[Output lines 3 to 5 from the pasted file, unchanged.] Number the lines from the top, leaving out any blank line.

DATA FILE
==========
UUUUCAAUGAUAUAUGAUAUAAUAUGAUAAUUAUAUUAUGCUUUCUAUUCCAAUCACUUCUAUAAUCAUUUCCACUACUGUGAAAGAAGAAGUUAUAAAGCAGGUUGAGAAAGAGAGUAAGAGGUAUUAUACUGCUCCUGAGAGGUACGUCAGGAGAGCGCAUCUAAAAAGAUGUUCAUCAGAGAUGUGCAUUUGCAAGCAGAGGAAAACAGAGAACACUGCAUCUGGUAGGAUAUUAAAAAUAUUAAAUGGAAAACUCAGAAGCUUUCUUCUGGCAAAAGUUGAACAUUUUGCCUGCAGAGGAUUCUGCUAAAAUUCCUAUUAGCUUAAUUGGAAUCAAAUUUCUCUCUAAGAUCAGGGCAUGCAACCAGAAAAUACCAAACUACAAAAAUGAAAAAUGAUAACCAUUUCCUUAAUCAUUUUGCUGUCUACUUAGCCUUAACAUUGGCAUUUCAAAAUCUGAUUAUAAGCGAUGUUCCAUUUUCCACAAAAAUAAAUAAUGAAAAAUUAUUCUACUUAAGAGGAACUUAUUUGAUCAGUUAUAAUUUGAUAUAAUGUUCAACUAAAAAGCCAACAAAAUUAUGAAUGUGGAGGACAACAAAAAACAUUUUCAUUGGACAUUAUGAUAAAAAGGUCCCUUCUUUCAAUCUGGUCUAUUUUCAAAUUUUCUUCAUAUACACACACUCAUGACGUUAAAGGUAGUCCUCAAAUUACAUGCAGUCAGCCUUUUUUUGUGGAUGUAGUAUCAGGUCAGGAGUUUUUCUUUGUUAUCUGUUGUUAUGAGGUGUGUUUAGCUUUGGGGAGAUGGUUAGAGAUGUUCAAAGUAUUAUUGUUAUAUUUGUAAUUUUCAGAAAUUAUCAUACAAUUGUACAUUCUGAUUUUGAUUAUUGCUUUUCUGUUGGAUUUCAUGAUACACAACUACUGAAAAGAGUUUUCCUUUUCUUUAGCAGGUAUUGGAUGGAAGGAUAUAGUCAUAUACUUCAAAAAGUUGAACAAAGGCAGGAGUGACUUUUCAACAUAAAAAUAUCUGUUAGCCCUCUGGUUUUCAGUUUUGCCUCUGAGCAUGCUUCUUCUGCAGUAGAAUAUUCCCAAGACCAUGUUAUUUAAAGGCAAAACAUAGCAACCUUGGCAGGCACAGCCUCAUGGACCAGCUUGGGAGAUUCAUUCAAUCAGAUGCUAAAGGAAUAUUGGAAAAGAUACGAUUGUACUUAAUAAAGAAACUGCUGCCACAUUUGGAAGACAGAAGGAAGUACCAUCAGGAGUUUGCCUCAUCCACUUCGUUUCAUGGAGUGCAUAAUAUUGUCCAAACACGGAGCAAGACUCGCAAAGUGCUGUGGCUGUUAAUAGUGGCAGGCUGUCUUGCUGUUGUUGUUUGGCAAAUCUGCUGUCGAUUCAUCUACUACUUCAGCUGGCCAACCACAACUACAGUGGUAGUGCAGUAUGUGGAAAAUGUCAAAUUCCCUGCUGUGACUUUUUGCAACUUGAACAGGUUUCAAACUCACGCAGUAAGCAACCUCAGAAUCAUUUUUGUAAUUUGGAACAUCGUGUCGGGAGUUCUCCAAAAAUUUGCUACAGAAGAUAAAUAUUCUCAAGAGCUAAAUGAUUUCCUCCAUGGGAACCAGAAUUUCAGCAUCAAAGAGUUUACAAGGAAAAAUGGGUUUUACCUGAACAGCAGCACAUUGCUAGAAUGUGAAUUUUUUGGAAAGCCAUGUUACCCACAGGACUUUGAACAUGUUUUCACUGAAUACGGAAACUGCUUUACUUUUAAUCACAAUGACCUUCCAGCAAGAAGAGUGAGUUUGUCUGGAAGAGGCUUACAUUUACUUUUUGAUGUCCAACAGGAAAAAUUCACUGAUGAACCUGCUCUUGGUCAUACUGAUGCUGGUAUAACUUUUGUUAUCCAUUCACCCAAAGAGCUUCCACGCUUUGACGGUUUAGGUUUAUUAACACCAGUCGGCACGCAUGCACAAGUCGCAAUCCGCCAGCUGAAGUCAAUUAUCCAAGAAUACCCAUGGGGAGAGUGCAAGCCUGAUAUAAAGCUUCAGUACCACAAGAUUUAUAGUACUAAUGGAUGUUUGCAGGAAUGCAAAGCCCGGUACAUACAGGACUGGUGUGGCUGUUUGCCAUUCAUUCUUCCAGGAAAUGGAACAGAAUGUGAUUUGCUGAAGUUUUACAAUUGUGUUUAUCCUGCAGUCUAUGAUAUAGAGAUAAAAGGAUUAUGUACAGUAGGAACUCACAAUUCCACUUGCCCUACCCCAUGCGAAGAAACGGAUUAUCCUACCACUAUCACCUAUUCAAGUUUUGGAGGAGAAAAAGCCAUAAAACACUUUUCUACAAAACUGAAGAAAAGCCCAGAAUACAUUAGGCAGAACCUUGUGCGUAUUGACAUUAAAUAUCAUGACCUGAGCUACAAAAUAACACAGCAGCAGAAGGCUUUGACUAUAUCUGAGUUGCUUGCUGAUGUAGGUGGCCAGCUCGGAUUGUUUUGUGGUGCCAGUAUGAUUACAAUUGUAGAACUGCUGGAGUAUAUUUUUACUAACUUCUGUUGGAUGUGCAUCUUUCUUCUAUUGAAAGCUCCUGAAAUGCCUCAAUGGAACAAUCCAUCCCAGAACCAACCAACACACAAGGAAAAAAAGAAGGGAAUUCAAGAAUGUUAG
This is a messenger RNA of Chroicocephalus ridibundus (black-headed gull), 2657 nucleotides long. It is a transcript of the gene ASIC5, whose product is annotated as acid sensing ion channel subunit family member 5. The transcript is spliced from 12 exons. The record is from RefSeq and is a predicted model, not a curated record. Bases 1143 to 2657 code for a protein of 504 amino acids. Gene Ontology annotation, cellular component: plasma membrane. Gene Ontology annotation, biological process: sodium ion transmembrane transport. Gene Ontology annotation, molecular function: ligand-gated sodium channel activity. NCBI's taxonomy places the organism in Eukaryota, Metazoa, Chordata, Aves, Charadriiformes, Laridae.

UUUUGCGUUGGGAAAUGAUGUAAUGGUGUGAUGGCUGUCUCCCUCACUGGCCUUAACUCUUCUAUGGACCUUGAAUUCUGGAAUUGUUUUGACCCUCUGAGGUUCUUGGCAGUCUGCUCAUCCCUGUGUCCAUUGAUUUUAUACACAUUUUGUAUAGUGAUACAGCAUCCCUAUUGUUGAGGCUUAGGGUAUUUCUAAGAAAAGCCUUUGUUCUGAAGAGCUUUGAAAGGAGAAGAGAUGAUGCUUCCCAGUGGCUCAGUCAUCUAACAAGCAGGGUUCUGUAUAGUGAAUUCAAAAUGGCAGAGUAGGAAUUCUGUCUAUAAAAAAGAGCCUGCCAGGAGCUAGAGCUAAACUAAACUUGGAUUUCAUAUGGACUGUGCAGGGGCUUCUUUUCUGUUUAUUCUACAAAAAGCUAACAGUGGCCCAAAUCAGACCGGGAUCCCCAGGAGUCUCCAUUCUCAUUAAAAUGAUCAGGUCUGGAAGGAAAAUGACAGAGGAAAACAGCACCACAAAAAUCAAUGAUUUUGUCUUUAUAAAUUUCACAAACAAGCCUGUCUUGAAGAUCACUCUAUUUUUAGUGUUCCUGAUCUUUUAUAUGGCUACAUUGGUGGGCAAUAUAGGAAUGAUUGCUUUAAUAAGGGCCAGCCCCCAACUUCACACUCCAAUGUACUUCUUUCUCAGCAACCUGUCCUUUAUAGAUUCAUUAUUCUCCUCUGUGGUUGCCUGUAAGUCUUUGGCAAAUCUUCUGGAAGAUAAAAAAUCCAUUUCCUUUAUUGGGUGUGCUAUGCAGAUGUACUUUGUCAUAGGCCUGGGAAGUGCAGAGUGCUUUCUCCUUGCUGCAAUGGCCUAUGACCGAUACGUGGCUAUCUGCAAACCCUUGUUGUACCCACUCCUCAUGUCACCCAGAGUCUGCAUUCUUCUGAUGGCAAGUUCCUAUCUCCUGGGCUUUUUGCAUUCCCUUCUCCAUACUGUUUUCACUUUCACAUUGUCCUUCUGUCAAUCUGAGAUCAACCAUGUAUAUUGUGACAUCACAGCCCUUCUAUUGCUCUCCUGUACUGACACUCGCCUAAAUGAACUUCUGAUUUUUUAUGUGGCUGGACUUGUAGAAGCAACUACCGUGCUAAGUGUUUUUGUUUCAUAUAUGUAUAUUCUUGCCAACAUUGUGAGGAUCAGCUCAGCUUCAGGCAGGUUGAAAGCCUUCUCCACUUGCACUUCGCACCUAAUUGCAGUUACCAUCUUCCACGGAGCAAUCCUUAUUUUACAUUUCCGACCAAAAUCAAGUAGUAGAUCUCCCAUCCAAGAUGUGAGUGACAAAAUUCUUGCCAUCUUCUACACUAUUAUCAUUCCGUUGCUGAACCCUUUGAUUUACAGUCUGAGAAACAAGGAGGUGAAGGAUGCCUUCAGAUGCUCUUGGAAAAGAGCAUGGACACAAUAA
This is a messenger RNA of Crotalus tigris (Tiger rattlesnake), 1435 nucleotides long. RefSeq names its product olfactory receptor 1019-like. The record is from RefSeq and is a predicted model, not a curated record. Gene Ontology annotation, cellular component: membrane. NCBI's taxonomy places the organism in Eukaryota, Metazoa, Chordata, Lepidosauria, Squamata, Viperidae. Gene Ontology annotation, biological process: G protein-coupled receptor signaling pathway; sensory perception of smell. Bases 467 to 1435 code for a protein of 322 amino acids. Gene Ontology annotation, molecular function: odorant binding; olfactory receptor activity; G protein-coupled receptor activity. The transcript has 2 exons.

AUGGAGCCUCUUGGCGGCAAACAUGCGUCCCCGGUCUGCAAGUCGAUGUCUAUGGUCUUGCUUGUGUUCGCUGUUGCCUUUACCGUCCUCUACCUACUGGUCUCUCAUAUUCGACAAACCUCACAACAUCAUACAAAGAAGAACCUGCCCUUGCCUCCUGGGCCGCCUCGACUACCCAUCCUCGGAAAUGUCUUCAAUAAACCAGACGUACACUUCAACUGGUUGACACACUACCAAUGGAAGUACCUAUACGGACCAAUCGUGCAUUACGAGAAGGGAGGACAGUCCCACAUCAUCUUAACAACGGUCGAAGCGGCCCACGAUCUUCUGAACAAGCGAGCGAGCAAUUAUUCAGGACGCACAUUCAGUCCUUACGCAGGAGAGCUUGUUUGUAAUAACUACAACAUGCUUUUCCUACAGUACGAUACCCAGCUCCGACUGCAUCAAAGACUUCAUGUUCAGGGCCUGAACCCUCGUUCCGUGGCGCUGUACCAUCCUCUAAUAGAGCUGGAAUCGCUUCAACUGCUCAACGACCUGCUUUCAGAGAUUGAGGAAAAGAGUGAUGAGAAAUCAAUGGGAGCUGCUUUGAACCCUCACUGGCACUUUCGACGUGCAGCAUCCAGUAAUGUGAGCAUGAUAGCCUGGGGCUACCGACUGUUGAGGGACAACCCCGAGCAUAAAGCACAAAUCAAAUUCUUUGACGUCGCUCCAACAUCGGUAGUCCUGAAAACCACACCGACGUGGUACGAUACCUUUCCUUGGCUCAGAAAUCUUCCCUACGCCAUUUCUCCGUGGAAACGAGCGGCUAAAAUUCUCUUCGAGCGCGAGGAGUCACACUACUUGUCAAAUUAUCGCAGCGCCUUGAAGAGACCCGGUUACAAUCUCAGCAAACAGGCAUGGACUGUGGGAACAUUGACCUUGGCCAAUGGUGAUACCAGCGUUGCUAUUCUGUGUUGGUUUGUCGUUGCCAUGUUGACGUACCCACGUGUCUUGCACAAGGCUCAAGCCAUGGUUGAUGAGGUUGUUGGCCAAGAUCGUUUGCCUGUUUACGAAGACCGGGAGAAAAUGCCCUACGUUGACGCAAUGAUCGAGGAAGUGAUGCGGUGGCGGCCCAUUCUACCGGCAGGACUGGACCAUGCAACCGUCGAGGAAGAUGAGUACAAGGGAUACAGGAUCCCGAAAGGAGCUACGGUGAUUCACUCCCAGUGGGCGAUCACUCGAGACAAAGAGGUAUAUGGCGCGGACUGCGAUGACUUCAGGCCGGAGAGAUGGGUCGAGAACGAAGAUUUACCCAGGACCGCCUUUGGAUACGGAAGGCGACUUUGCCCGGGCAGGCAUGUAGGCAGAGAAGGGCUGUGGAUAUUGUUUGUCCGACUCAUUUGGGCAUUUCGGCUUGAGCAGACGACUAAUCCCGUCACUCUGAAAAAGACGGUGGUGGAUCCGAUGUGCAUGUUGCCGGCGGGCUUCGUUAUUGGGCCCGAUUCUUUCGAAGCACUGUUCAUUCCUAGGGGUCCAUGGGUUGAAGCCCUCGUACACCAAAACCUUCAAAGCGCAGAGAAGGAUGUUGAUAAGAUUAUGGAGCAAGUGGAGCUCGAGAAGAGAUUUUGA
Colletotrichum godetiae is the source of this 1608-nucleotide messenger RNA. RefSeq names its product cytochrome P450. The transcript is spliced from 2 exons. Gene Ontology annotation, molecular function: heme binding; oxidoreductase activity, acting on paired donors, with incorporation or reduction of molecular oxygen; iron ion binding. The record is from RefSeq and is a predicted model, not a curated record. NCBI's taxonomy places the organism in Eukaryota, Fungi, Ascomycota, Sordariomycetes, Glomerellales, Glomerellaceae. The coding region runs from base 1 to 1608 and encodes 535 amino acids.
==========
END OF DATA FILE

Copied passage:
UUUUGCGUUGGGAAAUGAUGUAAUGGUGUGAUGGCUGUCUCCCUCACUGGCCUUAACUCUUCUAUGGACCUUGAAUUCUGGAAUUGUUUUGACCCUCUGAGGUUCUUGGCAGUCUGCUCAUCCCUGUGUCCAUUGAUUUUAUACACAUUUUGUAUAGUGAUACAGCAUCCCUAUUGUUGAGGCUUAGGGUAUUUCUAAGAAAAGCCUUUGUUCUGAAGAGCUUUGAAAGGAGAAGAGAUGAUGCUUCCCAGUGGCUCAGUCAUCUAACAAGCAGGGUUCUGUAUAGUGAAUUCAAAAUGGCAGAGUAGGAAUUCUGUCUAUAAAAAAGAGCCUGCCAGGAGCUAGAGCUAAACUAAACUUGGAUUUCAUAUGGACUGUGCAGGGGCUUCUUUUCUGUUUAUUCUACAAAAAGCUAACAGUGGCCCAAAUCAGACCGGGAUCCCCAGGAGUCUCCAUUCUCAUUAAAAUGAUCAGGUCUGGAAGGAAAAUGACAGAGGAAAACAGCACCACAAAAAUCAAUGAUUUUGUCUUUAUAAAUUUCACAAACAAGCCUGUCUUGAAGAUCACUCUAUUUUUAGUGUUCCUGAUCUUUUAUAUGGCUACAUUGGUGGGCAAUAUAGGAAUGAUUGCUUUAAUAAGGGCCAGCCCCCAACUUCACACUCCAAUGUACUUCUUUCUCAGCAACCUGUCCUUUAUAGAUUCAUUAUUCUCCUCUGUGGUUGCCUGUAAGUCUUUGGCAAAUCUUCUGGAAGAUAAAAAAUCCAUUUCCUUUAUUGGGUGUGCUAUGCAGAUGUACUUUGUCAUAGGCCUGGGAAGUGCAGAGUGCUUUCUCCUUGCUGCAAUGGCCUAUGACCGAUACGUGGCUAUCUGCAAACCCUUGUUGUACCCACUCCUCAUGUCACCCAGAGUCUGCAUUCUUCUGAUGGCAAGUUCCUAUCUCCUGGGCUUUUUGCAUUCCCUUCUCCAUACUGUUUUCACUUUCACAUUGUCCUUCUGUCAAUCUGAGAUCAACCAUGUAUAUUGUGACAUCACAGCCCUUCUAUUGCUCUCCUGUACUGACACUCGCCUAAAUGAACUUCUGAUUUUUUAUGUGGCUGGACUUGUAGAAGCAACUACCGUGCUAAGUGUUUUUGUUUCAUAUAUGUAUAUUCUUGCCAACAUUGUGAGGAUCAGCUCAGCUUCAGGCAGGUUGAAAGCCUUCUCCACUUGCACUUCGCACCUAAUUGCAGUUACCAUCUUCCACGGAGCAAUCCUUAUUUUACAUUUCCGACCAAAAUCAAGUAGUAGAUCUCCCAUCCAAGAUGUGAGUGACAAAAUUCUUGCCAUCUUCUACACUAUUAUCAUUCCGUUGCUGAACCCUUUGAUUUACAGUCUGAGAAACAAGGAGGUGAAGGAUGCCUUCAGAUGCUCUUGGAAAAGAGCAUGGACACAAUAA
This is a messenger RNA of Crotalus tigris (Tiger rattlesnake), 1435 nucleotides long. RefSeq names its product olfactory receptor 1019-like. The record is from RefSeq and is a predicted model, not a curated record. Gene Ontology annotation, cellular component: membrane. NCBI's taxonomy places the organism in Eukaryota, Metazoa, Chordata, Lepidosauria, Squamata, Viperidae. Gene Ontology annotation, biological process: G protein-coupled receptor signaling pathway; sensory perception of smell. Bases 467 to 1435 code for a protein of 322 amino acids. Gene Ontology annotation, molecular function: odorant binding; olfactory receptor activity; G protein-coupled receptor activity. The transcript has 2 exons.

AUGGAGCCUCUUGGCGGCAAACAUGCGUCCCCGGUCUGCAAGUCGAUGUCUAUGGUCUUGCUUGUGUUCGCUGUUGCCUUUACCGUCCUCUACCUACUGGUCUCUCAUAUUCGACAAACCUCACAACAUCAUACAAAGAAGAACCUGCCCUUGCCUCCUGGGCCGCCUCGACUACCCAUCCUCGGAAAUGUCUUCAAUAAACCAGACGUACACUUCAACUGGUUGACACACUACCAAUGGAAGUACCUAUACGGACCAAUCGUGCAUUACGAGAAGGGAGGACAGUCCCACAUCAUCUUAACAACGGUCGAAGCGGCCCACGAUCUUCUGAACAAGCGAGCGAGCAAUUAUUCAGGACGCACAUUCAGUCCUUACGCAGGAGAGCUUGUUUGUAAUAACUACAACAUGCUUUUCCUACAGUACGAUACCCAGCUCCGACUGCAUCAAAGACUUCAUGUUCAGGGCCUGAACCCUCGUUCCGUGGCGCUGUACCAUCCUCUAAUAGAGCUGGAAUCGCUUCAACUGCUCAACGACCUGCUUUCAGAGAUUGAGGAAAAGAGUGAUGAGAAAUCAAUGGGAGCUGCUUUGAACCCUCACUGGCACUUUCGACGUGCAGCAUCCAGUAAUGUGAGCAUGAUAGCCUGGGGCUACCGACUGUUGAGGGACAACCCCGAGCAUAAAGCACAAAUCAAAUUCUUUGACGUCGCUCCAACAUCGGUAGUCCUGAAAACCACACCGACGUGGUACGAUACCUUUCCUUGGCUCAGAAAUCUUCCCUACGCCAUUUCUCCGUGGAAACGAGCGGCUAAAAUUCUCUUCGAGCGCGAGGAGUCACACUACUUGUCAAAUUAUCGCAGCGCCUUGAAGAGACCCGGUUACAAUCUCAGCAAACAGGCAUGGACUGUGGGAACAUUGACCUUGGCCAAUGGUGAUACCAGCGUUGCUAUUCUGUGUUGGUUUGUCGUUGCCAUGUUGACGUACCCACGUGUCUUGCACAAGGCUCAAGCCAUGGUUGAUGAGGUUGUUGGCCAAGAUCGUUUGCCUGUUUACGAAGACCGGGAGAAAAUGCCCUACGUUGACGCAAUGAUCGAGGAAGUGAUGCGGUGGCGGCCCAUUCUACCGGCAGGACUGGACCAUGCAACCGUCGAGGAAGAUGAGUACAAGGGAUACAGGAUCCCGAAAGGAGCUACGGUGAUUCACUCCCAGUGGGCGAUCACUCGAGACAAAGAGGUAUAUGGCGCGGACUGCGAUGACUUCAGGCCGGAGAGAUGGGUCGAGAACGAAGAUUUACCCAGGACCGCCUUUGGAUACGGAAGGCGACUUUGCCCGGGCAGGCAUGUAGGCAGAGAAGGGCUGUGGAUAUUGUUUGUCCGACUCAUUUGGGCAUUUCGGCUUGAGCAGACGACUAAUCCCGUCACUCUGAAAAAGACGGUGGUGGAUCCGAUGUGCAUGUUGCCGGCGGGCUUCGUUAUUGGGCCCGAUUCUUUCGAAGCACUGUUCAUUCCUAGGGGUCCAUGGGUUGAAGCCCUCGUACACCAAAACCUUCAAAGCGCAGAGAAGGAUGUUGAUAAGAUUAUGGAGCAAGUGGAGCUCGAGAAGAGAUUUUGA